So I soon found myself taking her to the Raleigh airport to board an aircraft going over the pond for half the summer. Bad enough that she moved two hours away to Chapel Hill, depriving me of seeing her everyday, but six weeks in England? Iíd never survive, but you know what? I did.
Her being back in Chapel Hill now felt like a cake walk.
Then it was pretzel time again as she asked if she could study abroad in Northern Ireland for an entire semester her junior year. So it was back to the airport, and she was off for almost five months. But I noticed it wasnít quite as tough for me this time. Of course, I missed her, but it was finally dawning on me that she was now 21 and capable of living on her own.
And her mother and I had hoped for years that she would be ěready for the worldî when the time came.
So now graduating from Carolina was upon us, and we had been informed that it was time to keep the pact she had made eight years earlier, and she was moving to New York City.
Casey had made friends with a wonderful Colorado lass while in Northern Ireland, and guess what, she was in NYC taking some post-grad classes.
They had acquired an apartment to share together. So the week after she ěwalked the aisleî in the Dean Dome, she threw her worldly goods into a small U-Haul truck, and she drove straight through from Chapel Hill to Brooklyn.
There she was in the big city, knowing one person out of 8 million. No job, no job prospects, starting from scratch. Scary (more than I could have done at her age).
About a month later, she had a full-time job, and to make it even better, a job which fell into her UNC major (media/communication). Sheís been a production supervisor for a firm that produces television commercials for nearly three years now. A good firm, too. Itís difficult to watch an evening of network TV and not see a commercial produced by this company.
But thatís about to change.
She decided to give up her job so she can spend her time writing. She has always loved to write. And working 40-plus hours a week leaves her little time to do so. So sheís just walking away from a steady paycheck.
My only advice to her was to make sure she retained health insurance, even if she had to eat Beanie Weenies six nights a week, just to pay the premiums.
I support her decision 100 percent.
In her time in NYC, she has learned how to operate in the city, and she has made many contacts in the business. Sheíll do fine.
I know the apprehension involved in striking out in business all alone. I did it in 1988. Not having that steady paycheck every week can really change a way of life. But self-employment worked out for me for 22 years. If I can do it, I know my ěbabyî can do it.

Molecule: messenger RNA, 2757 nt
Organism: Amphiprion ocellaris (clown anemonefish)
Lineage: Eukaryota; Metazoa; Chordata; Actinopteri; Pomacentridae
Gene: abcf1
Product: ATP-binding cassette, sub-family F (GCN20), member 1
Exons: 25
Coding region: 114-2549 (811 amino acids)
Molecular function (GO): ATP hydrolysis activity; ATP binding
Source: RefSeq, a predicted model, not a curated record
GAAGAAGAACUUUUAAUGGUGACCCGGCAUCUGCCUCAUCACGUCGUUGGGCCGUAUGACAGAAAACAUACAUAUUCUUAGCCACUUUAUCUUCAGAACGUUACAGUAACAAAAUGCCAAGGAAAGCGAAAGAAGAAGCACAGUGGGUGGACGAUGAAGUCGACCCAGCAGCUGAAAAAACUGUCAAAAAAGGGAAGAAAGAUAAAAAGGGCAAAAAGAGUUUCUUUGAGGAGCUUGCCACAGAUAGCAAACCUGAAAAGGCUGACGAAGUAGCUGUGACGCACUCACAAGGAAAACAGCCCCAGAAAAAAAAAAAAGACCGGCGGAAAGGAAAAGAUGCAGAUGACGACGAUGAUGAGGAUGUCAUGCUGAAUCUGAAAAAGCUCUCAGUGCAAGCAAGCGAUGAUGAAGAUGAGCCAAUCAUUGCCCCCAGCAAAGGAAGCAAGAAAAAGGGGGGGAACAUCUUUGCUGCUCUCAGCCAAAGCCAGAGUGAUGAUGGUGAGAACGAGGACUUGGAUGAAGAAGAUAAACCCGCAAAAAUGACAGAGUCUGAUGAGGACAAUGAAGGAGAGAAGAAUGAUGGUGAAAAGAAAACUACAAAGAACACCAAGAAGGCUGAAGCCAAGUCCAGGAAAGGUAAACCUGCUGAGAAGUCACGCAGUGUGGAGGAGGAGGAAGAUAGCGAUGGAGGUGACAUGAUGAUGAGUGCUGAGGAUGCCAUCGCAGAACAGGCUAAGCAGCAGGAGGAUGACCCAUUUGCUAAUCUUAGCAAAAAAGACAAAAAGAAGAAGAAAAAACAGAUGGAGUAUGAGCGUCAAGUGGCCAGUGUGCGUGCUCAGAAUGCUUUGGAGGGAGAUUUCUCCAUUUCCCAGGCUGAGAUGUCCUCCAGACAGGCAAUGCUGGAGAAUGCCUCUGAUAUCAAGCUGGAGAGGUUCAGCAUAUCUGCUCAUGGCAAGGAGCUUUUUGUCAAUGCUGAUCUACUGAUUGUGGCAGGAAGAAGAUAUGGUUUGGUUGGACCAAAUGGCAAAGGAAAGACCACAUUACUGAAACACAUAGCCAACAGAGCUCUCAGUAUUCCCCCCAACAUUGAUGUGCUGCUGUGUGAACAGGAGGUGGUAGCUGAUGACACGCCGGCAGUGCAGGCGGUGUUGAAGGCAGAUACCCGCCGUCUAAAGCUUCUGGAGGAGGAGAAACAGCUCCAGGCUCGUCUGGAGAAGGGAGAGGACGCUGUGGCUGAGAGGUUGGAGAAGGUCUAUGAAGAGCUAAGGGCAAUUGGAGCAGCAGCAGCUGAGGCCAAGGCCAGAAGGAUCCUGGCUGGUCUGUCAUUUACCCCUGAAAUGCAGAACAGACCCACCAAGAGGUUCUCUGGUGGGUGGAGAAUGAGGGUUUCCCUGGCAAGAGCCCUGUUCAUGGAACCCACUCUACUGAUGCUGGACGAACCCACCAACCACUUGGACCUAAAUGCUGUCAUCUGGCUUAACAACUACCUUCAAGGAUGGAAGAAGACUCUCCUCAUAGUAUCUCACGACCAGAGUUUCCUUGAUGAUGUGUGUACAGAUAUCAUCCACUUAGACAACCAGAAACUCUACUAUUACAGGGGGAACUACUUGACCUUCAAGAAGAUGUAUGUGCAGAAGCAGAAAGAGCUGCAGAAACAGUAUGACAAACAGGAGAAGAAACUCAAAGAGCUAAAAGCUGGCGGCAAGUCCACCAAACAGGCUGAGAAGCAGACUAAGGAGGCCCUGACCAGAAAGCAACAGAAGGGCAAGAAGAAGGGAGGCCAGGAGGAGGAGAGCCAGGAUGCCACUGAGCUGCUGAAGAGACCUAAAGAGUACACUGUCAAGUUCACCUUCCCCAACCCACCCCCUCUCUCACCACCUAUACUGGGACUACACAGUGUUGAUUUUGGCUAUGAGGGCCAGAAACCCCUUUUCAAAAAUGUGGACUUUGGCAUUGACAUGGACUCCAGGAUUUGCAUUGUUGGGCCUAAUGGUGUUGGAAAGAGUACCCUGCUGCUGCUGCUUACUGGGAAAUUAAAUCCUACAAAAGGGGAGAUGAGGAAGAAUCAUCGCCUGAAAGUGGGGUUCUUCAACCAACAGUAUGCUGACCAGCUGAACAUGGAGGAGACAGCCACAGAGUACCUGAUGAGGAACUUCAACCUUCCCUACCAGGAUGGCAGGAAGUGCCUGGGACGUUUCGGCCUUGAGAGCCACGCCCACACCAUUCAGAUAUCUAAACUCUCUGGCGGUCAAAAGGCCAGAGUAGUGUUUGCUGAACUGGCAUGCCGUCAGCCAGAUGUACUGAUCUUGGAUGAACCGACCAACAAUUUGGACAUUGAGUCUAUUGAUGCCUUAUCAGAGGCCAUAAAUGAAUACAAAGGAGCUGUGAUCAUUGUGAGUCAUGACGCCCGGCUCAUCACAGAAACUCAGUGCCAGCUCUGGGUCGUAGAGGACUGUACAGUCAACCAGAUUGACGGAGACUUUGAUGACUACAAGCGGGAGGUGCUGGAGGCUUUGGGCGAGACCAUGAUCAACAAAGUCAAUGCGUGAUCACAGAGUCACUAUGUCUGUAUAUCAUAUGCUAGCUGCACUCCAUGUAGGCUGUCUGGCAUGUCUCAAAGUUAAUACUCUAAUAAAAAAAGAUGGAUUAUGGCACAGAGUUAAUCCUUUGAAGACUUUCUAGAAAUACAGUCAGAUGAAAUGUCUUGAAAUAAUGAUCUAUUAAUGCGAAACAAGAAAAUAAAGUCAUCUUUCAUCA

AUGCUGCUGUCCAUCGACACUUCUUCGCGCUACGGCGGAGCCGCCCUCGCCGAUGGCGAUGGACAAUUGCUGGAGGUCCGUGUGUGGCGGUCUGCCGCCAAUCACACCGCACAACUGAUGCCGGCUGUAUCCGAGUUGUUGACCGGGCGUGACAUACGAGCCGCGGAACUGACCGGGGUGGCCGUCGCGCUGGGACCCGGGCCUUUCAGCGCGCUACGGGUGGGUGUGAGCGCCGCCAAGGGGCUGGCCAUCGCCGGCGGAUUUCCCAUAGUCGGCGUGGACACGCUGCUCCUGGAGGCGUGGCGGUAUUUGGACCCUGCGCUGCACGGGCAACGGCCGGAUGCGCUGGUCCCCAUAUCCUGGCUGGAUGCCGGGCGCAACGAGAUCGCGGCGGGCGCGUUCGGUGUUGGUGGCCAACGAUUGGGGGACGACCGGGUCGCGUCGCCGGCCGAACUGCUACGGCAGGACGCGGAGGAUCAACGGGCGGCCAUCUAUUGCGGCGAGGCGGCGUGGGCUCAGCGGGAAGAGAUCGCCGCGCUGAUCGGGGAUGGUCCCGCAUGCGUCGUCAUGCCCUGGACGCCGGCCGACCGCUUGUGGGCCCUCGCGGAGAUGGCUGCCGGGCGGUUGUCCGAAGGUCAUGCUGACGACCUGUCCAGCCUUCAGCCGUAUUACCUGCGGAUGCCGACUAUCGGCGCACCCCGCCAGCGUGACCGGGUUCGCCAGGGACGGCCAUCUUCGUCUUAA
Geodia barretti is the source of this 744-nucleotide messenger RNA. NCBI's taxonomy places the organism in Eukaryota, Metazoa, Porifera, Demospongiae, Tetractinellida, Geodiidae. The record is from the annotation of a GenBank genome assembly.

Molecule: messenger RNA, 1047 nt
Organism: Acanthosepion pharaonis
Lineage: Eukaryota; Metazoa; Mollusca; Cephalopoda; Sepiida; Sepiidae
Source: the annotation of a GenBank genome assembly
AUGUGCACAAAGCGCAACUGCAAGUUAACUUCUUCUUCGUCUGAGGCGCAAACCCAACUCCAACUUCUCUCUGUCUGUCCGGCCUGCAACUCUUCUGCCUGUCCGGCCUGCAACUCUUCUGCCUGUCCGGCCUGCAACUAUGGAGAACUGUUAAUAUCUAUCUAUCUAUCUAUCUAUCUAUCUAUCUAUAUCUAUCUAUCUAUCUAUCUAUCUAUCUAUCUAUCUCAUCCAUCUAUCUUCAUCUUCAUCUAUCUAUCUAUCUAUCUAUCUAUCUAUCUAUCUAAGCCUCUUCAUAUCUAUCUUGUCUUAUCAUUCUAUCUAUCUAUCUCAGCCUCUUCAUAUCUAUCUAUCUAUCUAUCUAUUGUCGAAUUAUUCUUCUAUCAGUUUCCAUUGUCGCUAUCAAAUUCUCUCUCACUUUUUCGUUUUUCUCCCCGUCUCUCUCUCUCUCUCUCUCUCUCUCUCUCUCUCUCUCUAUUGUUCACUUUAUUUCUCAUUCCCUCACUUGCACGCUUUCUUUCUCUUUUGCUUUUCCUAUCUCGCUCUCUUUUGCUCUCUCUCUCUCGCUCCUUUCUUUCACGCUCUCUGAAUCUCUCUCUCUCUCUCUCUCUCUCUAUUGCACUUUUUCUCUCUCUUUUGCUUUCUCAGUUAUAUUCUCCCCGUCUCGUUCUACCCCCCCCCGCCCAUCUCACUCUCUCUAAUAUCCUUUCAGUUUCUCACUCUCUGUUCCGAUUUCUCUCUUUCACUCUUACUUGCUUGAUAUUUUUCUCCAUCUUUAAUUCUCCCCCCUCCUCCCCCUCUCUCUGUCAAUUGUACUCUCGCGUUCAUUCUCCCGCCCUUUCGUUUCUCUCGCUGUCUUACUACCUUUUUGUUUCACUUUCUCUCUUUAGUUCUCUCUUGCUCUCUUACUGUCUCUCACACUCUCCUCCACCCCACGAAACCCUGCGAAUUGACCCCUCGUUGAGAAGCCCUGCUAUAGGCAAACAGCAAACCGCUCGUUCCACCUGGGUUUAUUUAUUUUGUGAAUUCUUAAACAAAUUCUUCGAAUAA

Stop the presses ó this just in to our newsroom. It turns out the freelance writing will be put on hold, as she was offered a full-time position with a company that consists of ó writing. She has been at it a short time now and loves it. Sheís doing exactly what she wants to do, and sheís getting paid to do it, too. Free medical and dental insurance as well.
I realize I have concentrated almost solely on my daughter ó my child ó and if what you just read comes off simply as a guy bragging about his kid, well, that really wasnít my purpose, because my daughter is only one example of the ěnextî generation.
I have been amazed for the last 10 years watching Casey and her friends flying half-way around the world, all alone and thinking itís no big deal. When I was their age, I often thought twice before driving a car to Charlotte.
I follow very closely the group of kids (male and female) who frequented my house during our kidsí growing-up years. These folks are spread out all over the country, working all kinds of jobs.
And with these newfangled things such as texting, tweeting and probably others I know nothing about, theyíre all in touch with one another on a daily basis, something I couldnít do with my friends at their age.
They all have their big plans and big goals, and to paraphrase UNCís Roy Williams, ěDadgum it, I bet theyíll make it.î
This next generation?
Iím not worried.
Mike Cline lives near Salisbury. His website, Mike Clineís Then Playing (mikeclinesthenplaying.com), is a history of movies shown in Rowan County from 1920 through 1979.